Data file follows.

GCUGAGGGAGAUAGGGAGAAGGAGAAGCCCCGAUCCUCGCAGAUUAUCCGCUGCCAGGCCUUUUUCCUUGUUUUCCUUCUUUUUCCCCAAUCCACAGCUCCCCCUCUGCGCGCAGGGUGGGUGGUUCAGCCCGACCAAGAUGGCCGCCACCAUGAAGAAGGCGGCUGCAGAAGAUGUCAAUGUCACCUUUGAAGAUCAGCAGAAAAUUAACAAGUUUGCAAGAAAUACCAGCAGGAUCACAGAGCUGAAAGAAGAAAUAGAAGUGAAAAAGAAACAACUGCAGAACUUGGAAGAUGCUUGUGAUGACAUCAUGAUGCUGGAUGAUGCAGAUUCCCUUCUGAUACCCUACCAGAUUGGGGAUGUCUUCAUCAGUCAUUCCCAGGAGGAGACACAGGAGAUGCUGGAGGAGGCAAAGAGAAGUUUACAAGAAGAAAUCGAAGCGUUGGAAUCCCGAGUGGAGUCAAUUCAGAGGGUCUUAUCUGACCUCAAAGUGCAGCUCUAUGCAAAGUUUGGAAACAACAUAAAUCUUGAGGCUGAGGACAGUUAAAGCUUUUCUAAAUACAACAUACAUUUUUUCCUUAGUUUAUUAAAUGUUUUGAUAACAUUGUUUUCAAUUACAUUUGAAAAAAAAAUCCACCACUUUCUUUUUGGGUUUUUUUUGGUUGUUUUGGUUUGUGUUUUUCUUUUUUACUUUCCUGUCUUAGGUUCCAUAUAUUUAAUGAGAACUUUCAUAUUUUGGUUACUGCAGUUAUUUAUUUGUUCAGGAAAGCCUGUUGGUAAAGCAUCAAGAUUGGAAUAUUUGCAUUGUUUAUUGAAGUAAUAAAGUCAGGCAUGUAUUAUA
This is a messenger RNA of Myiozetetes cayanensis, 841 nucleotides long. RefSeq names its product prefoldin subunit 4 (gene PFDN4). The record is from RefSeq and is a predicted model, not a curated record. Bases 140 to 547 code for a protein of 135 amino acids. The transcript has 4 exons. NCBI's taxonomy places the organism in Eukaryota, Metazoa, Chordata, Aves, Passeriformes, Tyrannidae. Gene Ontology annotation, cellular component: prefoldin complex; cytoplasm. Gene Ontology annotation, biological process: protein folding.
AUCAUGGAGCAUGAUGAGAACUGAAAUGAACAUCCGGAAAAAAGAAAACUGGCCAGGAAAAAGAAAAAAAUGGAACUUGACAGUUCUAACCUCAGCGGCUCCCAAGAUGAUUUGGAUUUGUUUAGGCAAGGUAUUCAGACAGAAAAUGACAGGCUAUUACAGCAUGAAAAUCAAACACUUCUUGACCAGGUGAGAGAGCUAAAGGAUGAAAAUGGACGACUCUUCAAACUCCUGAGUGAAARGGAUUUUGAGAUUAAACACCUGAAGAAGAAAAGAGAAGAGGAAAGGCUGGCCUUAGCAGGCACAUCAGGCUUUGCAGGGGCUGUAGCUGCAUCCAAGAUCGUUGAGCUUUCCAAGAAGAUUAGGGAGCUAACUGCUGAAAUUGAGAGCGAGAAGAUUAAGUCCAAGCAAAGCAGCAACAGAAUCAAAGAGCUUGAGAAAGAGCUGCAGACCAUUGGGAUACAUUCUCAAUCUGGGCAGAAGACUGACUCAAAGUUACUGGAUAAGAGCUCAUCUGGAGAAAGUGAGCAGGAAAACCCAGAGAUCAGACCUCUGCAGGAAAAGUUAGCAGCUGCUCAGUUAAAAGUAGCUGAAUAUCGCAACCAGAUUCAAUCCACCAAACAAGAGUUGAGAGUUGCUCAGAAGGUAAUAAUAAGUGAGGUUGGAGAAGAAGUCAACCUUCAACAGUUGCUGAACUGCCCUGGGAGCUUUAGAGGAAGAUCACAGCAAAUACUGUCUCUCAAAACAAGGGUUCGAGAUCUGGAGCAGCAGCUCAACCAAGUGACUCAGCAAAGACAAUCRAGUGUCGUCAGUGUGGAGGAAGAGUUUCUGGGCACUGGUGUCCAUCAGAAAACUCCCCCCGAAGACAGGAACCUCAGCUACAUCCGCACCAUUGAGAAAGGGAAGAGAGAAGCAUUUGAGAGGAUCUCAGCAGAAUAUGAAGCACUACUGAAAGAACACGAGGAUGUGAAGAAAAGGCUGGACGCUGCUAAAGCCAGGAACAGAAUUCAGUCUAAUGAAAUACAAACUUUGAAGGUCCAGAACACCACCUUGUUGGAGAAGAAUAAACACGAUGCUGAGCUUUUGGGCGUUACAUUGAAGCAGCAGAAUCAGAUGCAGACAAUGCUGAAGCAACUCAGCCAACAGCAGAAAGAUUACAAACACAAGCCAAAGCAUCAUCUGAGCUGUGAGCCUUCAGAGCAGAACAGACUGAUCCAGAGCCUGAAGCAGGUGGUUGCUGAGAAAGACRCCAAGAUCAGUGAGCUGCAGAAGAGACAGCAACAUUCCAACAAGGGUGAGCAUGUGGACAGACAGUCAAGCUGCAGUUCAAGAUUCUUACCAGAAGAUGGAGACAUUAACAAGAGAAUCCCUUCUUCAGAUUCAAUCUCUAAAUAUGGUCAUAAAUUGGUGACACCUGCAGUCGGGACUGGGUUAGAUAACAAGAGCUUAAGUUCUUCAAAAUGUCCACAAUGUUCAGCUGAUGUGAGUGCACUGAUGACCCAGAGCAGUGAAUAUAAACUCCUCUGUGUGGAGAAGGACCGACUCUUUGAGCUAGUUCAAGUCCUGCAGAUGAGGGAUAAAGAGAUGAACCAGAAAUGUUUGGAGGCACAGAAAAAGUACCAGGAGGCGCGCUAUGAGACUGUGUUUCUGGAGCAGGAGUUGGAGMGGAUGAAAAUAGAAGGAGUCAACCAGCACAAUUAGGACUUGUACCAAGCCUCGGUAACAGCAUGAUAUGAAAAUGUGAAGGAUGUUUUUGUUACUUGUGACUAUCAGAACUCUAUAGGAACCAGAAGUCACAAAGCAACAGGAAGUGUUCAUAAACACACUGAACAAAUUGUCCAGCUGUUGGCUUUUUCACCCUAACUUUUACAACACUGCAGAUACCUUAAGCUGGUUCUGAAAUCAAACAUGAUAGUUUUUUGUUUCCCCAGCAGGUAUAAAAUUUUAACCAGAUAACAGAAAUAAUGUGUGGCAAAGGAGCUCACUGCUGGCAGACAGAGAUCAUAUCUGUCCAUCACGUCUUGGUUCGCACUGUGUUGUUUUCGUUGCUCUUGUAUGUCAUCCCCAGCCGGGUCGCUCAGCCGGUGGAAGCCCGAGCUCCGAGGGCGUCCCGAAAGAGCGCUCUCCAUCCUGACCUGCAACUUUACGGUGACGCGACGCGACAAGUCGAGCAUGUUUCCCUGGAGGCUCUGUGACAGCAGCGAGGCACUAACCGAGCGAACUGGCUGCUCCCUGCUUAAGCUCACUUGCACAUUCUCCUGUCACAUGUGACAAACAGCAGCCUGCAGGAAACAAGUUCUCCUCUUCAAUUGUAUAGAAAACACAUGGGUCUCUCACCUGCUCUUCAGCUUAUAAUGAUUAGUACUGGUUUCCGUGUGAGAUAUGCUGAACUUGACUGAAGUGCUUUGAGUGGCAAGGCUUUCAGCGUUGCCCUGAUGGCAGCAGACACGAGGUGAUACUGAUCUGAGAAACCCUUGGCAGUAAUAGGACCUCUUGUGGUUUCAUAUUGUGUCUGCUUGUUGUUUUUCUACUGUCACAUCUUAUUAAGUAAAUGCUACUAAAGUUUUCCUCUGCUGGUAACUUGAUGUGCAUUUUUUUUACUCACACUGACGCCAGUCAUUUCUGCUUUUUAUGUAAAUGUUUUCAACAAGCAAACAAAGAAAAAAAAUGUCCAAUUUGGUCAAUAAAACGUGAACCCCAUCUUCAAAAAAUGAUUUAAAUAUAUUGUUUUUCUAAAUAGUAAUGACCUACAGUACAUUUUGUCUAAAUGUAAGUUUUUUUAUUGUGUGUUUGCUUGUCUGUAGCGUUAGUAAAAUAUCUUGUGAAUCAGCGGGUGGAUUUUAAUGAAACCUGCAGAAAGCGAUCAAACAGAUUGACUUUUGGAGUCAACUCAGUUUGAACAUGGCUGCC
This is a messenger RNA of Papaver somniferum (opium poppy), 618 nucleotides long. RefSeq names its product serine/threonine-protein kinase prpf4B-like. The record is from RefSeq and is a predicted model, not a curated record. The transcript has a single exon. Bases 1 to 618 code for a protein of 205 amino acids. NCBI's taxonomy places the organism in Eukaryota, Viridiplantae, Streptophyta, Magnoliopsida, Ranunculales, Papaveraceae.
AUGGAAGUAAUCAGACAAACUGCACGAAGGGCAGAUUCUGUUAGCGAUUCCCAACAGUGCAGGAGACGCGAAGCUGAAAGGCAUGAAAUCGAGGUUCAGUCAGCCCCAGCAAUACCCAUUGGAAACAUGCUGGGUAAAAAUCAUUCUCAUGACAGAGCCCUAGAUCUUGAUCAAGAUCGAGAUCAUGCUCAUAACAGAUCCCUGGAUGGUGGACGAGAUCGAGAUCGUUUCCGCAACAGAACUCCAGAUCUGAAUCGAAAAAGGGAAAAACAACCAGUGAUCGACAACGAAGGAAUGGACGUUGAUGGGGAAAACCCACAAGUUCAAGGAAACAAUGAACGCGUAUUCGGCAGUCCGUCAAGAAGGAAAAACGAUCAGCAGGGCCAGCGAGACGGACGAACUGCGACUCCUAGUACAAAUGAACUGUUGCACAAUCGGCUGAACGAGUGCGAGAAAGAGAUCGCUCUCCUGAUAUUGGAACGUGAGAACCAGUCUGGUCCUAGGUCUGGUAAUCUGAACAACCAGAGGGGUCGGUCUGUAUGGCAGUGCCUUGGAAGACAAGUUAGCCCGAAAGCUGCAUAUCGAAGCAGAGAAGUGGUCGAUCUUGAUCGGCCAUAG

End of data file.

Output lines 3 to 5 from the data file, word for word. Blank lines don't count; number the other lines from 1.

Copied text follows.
AUCAUGGAGCAUGAUGAGAACUGAAAUGAACAUCCGGAAAAAAGAAAACUGGCCAGGAAAAAGAAAAAAAUGGAACUUGACAGUUCUAACCUCAGCGGCUCCCAAGAUGAUUUGGAUUUGUUUAGGCAAGGUAUUCAGACAGAAAAUGACAGGCUAUUACAGCAUGAAAAUCAAACACUUCUUGACCAGGUGAGAGAGCUAAAGGAUGAAAAUGGACGACUCUUCAAACUCCUGAGUGAAARGGAUUUUGAGAUUAAACACCUGAAGAAGAAAAGAGAAGAGGAAAGGCUGGCCUUAGCAGGCACAUCAGGCUUUGCAGGGGCUGUAGCUGCAUCCAAGAUCGUUGAGCUUUCCAAGAAGAUUAGGGAGCUAACUGCUGAAAUUGAGAGCGAGAAGAUUAAGUCCAAGCAAAGCAGCAACAGAAUCAAAGAGCUUGAGAAAGAGCUGCAGACCAUUGGGAUACAUUCUCAAUCUGGGCAGAAGACUGACUCAAAGUUACUGGAUAAGAGCUCAUCUGGAGAAAGUGAGCAGGAAAACCCAGAGAUCAGACCUCUGCAGGAAAAGUUAGCAGCUGCUCAGUUAAAAGUAGCUGAAUAUCGCAACCAGAUUCAAUCCACCAAACAAGAGUUGAGAGUUGCUCAGAAGGUAAUAAUAAGUGAGGUUGGAGAAGAAGUCAACCUUCAACAGUUGCUGAACUGCCCUGGGAGCUUUAGAGGAAGAUCACAGCAAAUACUGUCUCUCAAAACAAGGGUUCGAGAUCUGGAGCAGCAGCUCAACCAAGUGACUCAGCAAAGACAAUCRAGUGUCGUCAGUGUGGAGGAAGAGUUUCUGGGCACUGGUGUCCAUCAGAAAACUCCCCCCGAAGACAGGAACCUCAGCUACAUCCGCACCAUUGAGAAAGGGAAGAGAGAAGCAUUUGAGAGGAUCUCAGCAGAAUAUGAAGCACUACUGAAAGAACACGAGGAUGUGAAGAAAAGGCUGGACGCUGCUAAAGCCAGGAACAGAAUUCAGUCUAAUGAAAUACAAACUUUGAAGGUCCAGAACACCACCUUGUUGGAGAAGAAUAAACACGAUGCUGAGCUUUUGGGCGUUACAUUGAAGCAGCAGAAUCAGAUGCAGACAAUGCUGAAGCAACUCAGCCAACAGCAGAAAGAUUACAAACACAAGCCAAAGCAUCAUCUGAGCUGUGAGCCUUCAGAGCAGAACAGACUGAUCCAGAGCCUGAAGCAGGUGGUUGCUGAGAAAGACRCCAAGAUCAGUGAGCUGCAGAAGAGACAGCAACAUUCCAACAAGGGUGAGCAUGUGGACAGACAGUCAAGCUGCAGUUCAAGAUUCUUACCAGAAGAUGGAGACAUUAACAAGAGAAUCCCUUCUUCAGAUUCAAUCUCUAAAUAUGGUCAUAAAUUGGUGACACCUGCAGUCGGGACUGGGUUAGAUAACAAGAGCUUAAGUUCUUCAAAAUGUCCACAAUGUUCAGCUGAUGUGAGUGCACUGAUGACCCAGAGCAGUGAAUAUAAACUCCUCUGUGUGGAGAAGGACCGACUCUUUGAGCUAGUUCAAGUCCUGCAGAUGAGGGAUAAAGAGAUGAACCAGAAAUGUUUGGAGGCACAGAAAAAGUACCAGGAGGCGCGCUAUGAGACUGUGUUUCUGGAGCAGGAGUUGGAGMGGAUGAAAAUAGAAGGAGUCAACCAGCACAAUUAGGACUUGUACCAAGCCUCGGUAACAGCAUGAUAUGAAAAUGUGAAGGAUGUUUUUGUUACUUGUGACUAUCAGAACUCUAUAGGAACCAGAAGUCACAAAGCAACAGGAAGUGUUCAUAAACACACUGAACAAAUUGUCCAGCUGUUGGCUUUUUCACCCUAACUUUUACAACACUGCAGAUACCUUAAGCUGGUUCUGAAAUCAAACAUGAUAGUUUUUUGUUUCCCCAGCAGGUAUAAAAUUUUAACCAGAUAACAGAAAUAAUGUGUGGCAAAGGAGCUCACUGCUGGCAGACAGAGAUCAUAUCUGUCCAUCACGUCUUGGUUCGCACUGUGUUGUUUUCGUUGCUCUUGUAUGUCAUCCCCAGCCGGGUCGCUCAGCCGGUGGAAGCCCGAGCUCCGAGGGCGUCCCGAAAGAGCGCUCUCCAUCCUGACCUGCAACUUUACGGUGACGCGACGCGACAAGUCGAGCAUGUUUCCCUGGAGGCUCUGUGACAGCAGCGAGGCACUAACCGAGCGAACUGGCUGCUCCCUGCUUAAGCUCACUUGCACAUUCUCCUGUCACAUGUGACAAACAGCAGCCUGCAGGAAACAAGUUCUCCUCUUCAAUUGUAUAGAAAACACAUGGGUCUCUCACCUGCUCUUCAGCUUAUAAUGAUUAGUACUGGUUUCCGUGUGAGAUAUGCUGAACUUGACUGAAGUGCUUUGAGUGGCAAGGCUUUCAGCGUUGCCCUGAUGGCAGCAGACACGAGGUGAUACUGAUCUGAGAAACCCUUGGCAGUAAUAGGACCUCUUGUGGUUUCAUAUUGUGUCUGCUUGUUGUUUUUCUACUGUCACAUCUUAUUAAGUAAAUGCUACUAAAGUUUUCCUCUGCUGGUAACUUGAUGUGCAUUUUUUUUACUCACACUGACGCCAGUCAUUUCUGCUUUUUAUGUAAAUGUUUUCAACAAGCAAACAAAGAAAAAAAAUGUCCAAUUUGGUCAAUAAAACGUGAACCCCAUCUUCAAAAAAUGAUUUAAAUAUAUUGUUUUUCUAAAUAGUAAUGACCUACAGUACAUUUUGUCUAAAUGUAAGUUUUUUUAUUGUGUGUUUGCUUGUCUGUAGCGUUAGUAAAAUAUCUUGUGAAUCAGCGGGUGGAUUUUAAUGAAACCUGCAGAAAGCGAUCAAACAGAUUGACUUUUGGAGUCAACUCAGUUUGAACAUGGCUGCC
This is a messenger RNA of Papaver somniferum (opium poppy), 618 nucleotides long. RefSeq names its product serine/threonine-protein kinase prpf4B-like. The record is from RefSeq and is a predicted model, not a curated record. The transcript has a single exon. Bases 1 to 618 code for a protein of 205 amino acids. NCBI's taxonomy places the organism in Eukaryota, Viridiplantae, Streptophyta, Magnoliopsida, Ranunculales, Papaveraceae.
AUGGAAGUAAUCAGACAAACUGCACGAAGGGCAGAUUCUGUUAGCGAUUCCCAACAGUGCAGGAGACGCGAAGCUGAAAGGCAUGAAAUCGAGGUUCAGUCAGCCCCAGCAAUACCCAUUGGAAACAUGCUGGGUAAAAAUCAUUCUCAUGACAGAGCCCUAGAUCUUGAUCAAGAUCGAGAUCAUGCUCAUAACAGAUCCCUGGAUGGUGGACGAGAUCGAGAUCGUUUCCGCAACAGAACUCCAGAUCUGAAUCGAAAAAGGGAAAAACAACCAGUGAUCGACAACGAAGGAAUGGACGUUGAUGGGGAAAACCCACAAGUUCAAGGAAACAAUGAACGCGUAUUCGGCAGUCCGUCAAGAAGGAAAAACGAUCAGCAGGGCCAGCGAGACGGACGAACUGCGACUCCUAGUACAAAUGAACUGUUGCACAAUCGGCUGAACGAGUGCGAGAAAGAGAUCGCUCUCCUGAUAUUGGAACGUGAGAACCAGUCUGGUCCUAGGUCUGGUAAUCUGAACAACCAGAGGGGUCGGUCUGUAUGGCAGUGCCUUGGAAGACAAGUUAGCCCGAAAGCUGCAUAUCGAAGCAGAGAAGUGGUCGAUCUUGAUCGGCCAUAG